all of the heavy lifting” when it comes to charitable work. Having
effectively started my professional career at the local United Way
chapter and being a proud contributor to that organization to this
day, I must take issue with that claim. While I whole-heartedly
respect much of the faith-based charitable work that happens in our
society, there is also a great deal of secular work in this area.
Indeed, if [secular persons really make up only 13-15% of the US
population](http://www.adherents.com/rel_USA.html) then I’d say “we” are
doing more than our fair share right now, although I don’t have any
hard facts to back up that claim.

Finally, while I understand the benefit, I must take this opportunity
to express my qualms with PowerPoint driven presentations. Yes, it’s
great to empower speakers to have all of their slides and other visual
materials well-organized and at their fingertips. It’s even nice to
see their main points highlighted more frequently. However, I find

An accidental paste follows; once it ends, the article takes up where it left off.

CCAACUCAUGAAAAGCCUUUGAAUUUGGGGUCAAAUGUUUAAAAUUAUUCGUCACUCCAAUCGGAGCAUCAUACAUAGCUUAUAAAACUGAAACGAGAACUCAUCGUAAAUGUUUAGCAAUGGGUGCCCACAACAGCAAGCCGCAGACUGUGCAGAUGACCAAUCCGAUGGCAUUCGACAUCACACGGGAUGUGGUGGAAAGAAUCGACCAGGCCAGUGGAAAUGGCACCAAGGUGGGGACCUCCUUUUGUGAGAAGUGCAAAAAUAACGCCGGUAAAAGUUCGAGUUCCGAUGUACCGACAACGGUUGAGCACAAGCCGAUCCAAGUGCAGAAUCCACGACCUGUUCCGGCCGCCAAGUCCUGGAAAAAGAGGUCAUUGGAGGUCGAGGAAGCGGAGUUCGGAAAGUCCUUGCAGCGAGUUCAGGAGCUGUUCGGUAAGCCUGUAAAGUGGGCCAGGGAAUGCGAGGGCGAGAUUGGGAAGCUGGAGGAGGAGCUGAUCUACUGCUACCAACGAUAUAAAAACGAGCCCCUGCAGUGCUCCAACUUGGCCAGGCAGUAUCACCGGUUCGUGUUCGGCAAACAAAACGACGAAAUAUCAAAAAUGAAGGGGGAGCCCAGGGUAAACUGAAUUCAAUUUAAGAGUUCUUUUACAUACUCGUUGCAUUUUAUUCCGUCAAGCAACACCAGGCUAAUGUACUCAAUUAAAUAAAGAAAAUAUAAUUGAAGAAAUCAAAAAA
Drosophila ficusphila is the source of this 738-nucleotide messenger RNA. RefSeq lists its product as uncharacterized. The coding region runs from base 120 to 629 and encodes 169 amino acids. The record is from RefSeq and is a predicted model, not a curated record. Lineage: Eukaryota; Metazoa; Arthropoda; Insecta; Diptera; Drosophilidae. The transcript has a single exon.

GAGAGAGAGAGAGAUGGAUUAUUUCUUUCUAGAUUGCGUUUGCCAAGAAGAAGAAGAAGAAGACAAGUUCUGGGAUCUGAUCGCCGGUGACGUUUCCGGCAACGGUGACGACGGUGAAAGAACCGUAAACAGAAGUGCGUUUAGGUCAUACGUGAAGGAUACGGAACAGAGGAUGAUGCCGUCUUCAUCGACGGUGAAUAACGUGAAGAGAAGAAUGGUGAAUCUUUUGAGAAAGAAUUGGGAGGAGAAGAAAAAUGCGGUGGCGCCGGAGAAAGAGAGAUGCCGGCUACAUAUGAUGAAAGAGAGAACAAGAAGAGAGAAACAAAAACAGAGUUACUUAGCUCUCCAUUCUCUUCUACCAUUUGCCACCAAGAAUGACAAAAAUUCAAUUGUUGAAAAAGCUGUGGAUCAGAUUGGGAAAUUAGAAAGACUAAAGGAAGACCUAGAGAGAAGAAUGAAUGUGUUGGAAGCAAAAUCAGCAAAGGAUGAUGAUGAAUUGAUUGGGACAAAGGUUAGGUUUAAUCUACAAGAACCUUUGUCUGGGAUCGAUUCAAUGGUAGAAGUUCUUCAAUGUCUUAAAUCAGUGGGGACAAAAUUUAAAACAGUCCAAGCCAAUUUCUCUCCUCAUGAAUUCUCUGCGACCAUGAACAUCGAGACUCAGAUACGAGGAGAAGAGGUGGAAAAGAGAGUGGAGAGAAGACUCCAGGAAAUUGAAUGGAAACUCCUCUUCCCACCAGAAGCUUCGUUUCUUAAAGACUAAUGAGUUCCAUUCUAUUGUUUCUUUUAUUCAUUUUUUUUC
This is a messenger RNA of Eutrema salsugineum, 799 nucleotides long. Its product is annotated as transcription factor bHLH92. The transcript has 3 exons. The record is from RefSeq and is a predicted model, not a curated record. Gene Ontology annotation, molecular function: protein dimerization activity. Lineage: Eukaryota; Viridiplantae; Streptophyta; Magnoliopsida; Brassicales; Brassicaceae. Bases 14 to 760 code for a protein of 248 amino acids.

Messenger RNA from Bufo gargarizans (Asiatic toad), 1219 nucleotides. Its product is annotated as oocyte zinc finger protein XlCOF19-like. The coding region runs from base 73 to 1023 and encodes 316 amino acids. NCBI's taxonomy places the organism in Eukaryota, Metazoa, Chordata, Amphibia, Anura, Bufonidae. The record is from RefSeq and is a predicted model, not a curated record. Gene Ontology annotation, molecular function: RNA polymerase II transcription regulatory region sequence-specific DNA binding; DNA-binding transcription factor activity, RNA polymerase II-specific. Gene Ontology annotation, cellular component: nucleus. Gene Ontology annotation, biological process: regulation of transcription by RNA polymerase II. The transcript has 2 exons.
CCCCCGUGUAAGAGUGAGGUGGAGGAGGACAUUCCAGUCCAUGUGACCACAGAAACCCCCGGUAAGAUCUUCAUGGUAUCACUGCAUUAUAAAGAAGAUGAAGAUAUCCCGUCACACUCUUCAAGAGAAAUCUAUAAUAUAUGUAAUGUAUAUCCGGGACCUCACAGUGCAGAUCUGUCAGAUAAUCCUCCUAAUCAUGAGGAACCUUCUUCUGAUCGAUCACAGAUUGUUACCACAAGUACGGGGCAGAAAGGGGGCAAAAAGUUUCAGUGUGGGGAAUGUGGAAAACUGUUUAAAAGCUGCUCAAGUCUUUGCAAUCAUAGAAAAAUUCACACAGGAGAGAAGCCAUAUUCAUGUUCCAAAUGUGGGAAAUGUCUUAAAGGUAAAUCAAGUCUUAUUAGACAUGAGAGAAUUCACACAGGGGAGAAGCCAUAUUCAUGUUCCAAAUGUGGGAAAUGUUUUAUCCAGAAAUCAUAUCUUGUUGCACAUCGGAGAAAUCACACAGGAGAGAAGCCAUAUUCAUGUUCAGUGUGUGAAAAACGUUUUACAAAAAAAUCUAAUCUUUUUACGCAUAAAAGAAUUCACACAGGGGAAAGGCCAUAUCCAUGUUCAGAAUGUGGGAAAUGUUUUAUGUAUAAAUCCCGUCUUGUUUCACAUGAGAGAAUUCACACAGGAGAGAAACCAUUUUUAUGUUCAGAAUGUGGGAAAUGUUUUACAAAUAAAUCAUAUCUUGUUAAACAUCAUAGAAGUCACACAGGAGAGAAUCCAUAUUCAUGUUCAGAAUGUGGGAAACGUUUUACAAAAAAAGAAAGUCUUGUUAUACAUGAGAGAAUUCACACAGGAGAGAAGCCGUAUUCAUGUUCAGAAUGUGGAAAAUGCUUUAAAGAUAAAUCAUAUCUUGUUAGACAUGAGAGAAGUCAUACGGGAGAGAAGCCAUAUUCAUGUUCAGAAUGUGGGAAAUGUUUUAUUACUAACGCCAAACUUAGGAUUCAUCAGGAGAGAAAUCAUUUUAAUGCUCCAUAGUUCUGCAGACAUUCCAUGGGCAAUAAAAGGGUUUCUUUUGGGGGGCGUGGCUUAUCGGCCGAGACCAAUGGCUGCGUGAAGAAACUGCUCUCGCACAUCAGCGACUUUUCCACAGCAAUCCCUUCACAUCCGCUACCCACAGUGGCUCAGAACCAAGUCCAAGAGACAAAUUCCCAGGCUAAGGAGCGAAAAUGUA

that PowerPoint encourages the speaker to follow what they have
written, often defaulting to simply reading aloud what is on the
screen. I get a book on tape if I want someone to read to me; I
attend a lecture to see and hear someone actually act like a person.
Dennett was not as bad as many about this, but he certainly was at his
best when he was talking freely rather than following his notes too
closely. In one particularly bad moment, he wanted to make a point
that he kept thinking was illustrated on the “next slide”. He kept
not finding it, I don’t think I ever learned what the point was going
to be.

But, obviously, these complaints do not amount to a negative
experience for me. I was very glad to be present for the clear and
enjoyable presentations on interesting but potentially dry topics. I
hope that this tradition flourishes. When the presenters also happen
to be people with similar beliefs to my own, it’s just that much
easier for me to enjoy.